Sunday, September 16, 2012

It's a matter of repairing damaged surfaces for finished wood.

You have been there....sitting in the pews at church.  You look down, and see the nicks and scratches on the legs or edges of these beautiful wooden benches.  

As many of you know by now, Rooster Senior and I serve in a Young Single Adult Ward.  Many of these YSA wards meet in buildings with double chapels. You would think that these buildings would avoid many of the sad realities of damage that comes with little ones navigating about in the building. However, it just isn't the truth.  

As a service project yesterday, Rooster Senior taught a number of our YSA brothers and sisters how to repair these surfaces so that their beauty shines forth again.  Here is one of the strategies.

This is the same pew as above, but a little bit of gel-stain has been brushed on the nick and it virtually disappeared.  Brush with the grain and wipe of any excess with a dry cloth.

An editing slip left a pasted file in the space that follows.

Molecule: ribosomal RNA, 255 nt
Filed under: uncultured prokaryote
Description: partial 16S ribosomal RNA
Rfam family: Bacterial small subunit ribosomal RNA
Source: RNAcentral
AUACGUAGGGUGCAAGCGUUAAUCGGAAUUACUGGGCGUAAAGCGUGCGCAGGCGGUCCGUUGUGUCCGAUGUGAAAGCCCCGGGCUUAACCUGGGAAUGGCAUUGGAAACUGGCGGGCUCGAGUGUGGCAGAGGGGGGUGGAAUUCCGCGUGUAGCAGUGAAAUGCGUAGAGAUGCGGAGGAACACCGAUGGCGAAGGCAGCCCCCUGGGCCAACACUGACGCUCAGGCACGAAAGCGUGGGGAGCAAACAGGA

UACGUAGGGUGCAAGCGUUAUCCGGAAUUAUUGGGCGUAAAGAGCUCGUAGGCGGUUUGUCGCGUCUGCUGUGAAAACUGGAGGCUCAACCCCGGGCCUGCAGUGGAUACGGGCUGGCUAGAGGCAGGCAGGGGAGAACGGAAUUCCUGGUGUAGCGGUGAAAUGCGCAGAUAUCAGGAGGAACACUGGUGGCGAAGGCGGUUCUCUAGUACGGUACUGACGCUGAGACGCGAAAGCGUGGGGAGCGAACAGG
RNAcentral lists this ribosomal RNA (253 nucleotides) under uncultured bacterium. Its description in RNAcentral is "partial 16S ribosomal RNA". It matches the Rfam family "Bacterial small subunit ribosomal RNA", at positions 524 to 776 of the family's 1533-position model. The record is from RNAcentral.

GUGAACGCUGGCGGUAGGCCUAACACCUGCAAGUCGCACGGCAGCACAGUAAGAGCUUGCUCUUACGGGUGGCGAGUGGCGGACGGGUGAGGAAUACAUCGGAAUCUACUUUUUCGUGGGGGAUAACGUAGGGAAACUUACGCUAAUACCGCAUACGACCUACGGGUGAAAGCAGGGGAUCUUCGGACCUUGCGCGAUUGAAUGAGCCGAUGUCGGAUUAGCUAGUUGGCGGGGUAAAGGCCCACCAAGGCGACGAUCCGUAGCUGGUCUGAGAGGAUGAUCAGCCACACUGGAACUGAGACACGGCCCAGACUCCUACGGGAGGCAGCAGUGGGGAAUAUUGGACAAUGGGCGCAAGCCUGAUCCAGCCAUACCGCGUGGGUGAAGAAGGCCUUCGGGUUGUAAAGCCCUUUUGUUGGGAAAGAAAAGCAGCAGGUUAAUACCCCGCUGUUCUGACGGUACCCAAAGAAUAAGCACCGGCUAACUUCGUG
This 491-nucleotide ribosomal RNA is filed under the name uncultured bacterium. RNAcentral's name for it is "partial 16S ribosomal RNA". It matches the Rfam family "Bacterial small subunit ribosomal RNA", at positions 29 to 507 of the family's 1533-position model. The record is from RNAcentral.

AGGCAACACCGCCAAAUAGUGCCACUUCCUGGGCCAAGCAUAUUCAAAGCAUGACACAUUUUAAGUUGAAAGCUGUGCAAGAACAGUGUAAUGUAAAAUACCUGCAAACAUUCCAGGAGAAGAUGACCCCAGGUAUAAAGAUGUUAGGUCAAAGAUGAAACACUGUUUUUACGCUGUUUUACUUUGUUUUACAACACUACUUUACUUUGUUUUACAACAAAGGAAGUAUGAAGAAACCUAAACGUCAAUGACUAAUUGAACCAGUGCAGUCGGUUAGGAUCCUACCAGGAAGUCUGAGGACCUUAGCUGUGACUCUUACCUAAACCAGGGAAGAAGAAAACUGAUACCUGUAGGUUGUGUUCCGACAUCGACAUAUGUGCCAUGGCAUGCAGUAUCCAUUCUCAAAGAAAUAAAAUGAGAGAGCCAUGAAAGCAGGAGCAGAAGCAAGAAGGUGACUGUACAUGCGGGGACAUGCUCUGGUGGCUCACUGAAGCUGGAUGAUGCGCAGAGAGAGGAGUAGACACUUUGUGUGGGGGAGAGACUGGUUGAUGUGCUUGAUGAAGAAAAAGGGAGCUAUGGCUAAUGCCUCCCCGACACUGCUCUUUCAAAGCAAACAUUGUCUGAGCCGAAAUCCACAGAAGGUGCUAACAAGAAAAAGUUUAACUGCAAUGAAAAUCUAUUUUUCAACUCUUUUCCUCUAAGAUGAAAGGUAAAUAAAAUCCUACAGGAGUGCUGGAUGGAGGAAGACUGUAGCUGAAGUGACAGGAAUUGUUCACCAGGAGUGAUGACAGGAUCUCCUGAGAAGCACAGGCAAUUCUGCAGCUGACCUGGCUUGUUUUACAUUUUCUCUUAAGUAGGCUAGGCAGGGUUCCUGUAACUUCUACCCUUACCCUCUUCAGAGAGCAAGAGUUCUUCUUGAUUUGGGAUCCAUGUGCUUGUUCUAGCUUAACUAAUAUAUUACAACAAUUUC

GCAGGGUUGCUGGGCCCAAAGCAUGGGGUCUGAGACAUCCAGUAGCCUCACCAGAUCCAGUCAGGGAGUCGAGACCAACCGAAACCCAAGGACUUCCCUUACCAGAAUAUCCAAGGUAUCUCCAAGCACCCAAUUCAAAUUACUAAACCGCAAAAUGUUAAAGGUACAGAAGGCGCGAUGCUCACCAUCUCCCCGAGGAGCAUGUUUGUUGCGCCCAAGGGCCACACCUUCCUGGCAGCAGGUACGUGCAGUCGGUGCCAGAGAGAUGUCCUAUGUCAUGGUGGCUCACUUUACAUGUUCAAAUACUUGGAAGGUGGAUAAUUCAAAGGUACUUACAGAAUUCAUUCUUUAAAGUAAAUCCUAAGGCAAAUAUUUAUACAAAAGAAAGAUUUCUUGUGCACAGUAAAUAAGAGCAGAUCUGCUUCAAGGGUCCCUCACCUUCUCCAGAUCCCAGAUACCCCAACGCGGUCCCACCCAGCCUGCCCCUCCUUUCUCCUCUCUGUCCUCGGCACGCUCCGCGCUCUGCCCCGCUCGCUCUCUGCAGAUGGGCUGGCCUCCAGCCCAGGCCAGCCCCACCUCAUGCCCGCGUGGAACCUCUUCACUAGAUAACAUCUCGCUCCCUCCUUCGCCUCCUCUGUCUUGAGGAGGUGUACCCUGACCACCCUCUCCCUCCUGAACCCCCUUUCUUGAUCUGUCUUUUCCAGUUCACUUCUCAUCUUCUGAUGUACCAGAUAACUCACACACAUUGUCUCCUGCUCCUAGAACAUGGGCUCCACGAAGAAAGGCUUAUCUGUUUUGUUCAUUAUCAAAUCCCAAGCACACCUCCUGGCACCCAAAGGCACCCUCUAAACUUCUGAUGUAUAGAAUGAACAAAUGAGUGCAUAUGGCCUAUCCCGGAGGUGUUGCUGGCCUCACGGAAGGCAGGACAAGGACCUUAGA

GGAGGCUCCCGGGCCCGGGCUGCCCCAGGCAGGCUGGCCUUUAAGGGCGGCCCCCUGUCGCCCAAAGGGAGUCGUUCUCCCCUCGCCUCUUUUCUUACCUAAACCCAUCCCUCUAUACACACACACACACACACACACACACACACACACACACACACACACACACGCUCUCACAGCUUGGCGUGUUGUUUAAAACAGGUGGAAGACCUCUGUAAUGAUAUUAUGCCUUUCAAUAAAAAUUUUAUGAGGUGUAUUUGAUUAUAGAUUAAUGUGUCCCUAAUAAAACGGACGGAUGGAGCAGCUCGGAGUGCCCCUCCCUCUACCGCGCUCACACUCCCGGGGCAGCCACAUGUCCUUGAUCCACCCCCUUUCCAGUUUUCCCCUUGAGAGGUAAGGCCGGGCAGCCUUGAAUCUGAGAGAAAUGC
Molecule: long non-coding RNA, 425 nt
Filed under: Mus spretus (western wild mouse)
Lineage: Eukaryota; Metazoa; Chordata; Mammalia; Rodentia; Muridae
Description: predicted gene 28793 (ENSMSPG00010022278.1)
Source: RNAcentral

What to see the magic again?

At first, I though the wood had just split...but to my husband's trained eye, he knew it was damage from a pen or stylus.  The grooves were rather deep.

Here, I applied the gel-stain (that had been matched to this wood beforehand)

Here is the after picture.  Isn't it amazing?

After a Regional Conference today, we received this nice note from the High Counselor who cares for the buildings:

Thank you (Rooster Senior), and the 153rd ward, for the beautiful stain touch-up work in our building!  We have a fresh new look today for the conference, and for the coming dedication next week.  You have set a high standard for the other cleaning that will take place in our building over the coming week.

We will be "attending" the dedication of the Brigham City Temple ....virtually.  Our Chapel will be a type of 'extension' of the Temple next Sunday, and it will take a Temple Recommend to enter the building.

Our YSA's were not only serving the Lord, but they have gained a few new skills that they will be in a position to use on the furniture in their own homes both now and in the future.  

Learning new skills is great,  isn't it?

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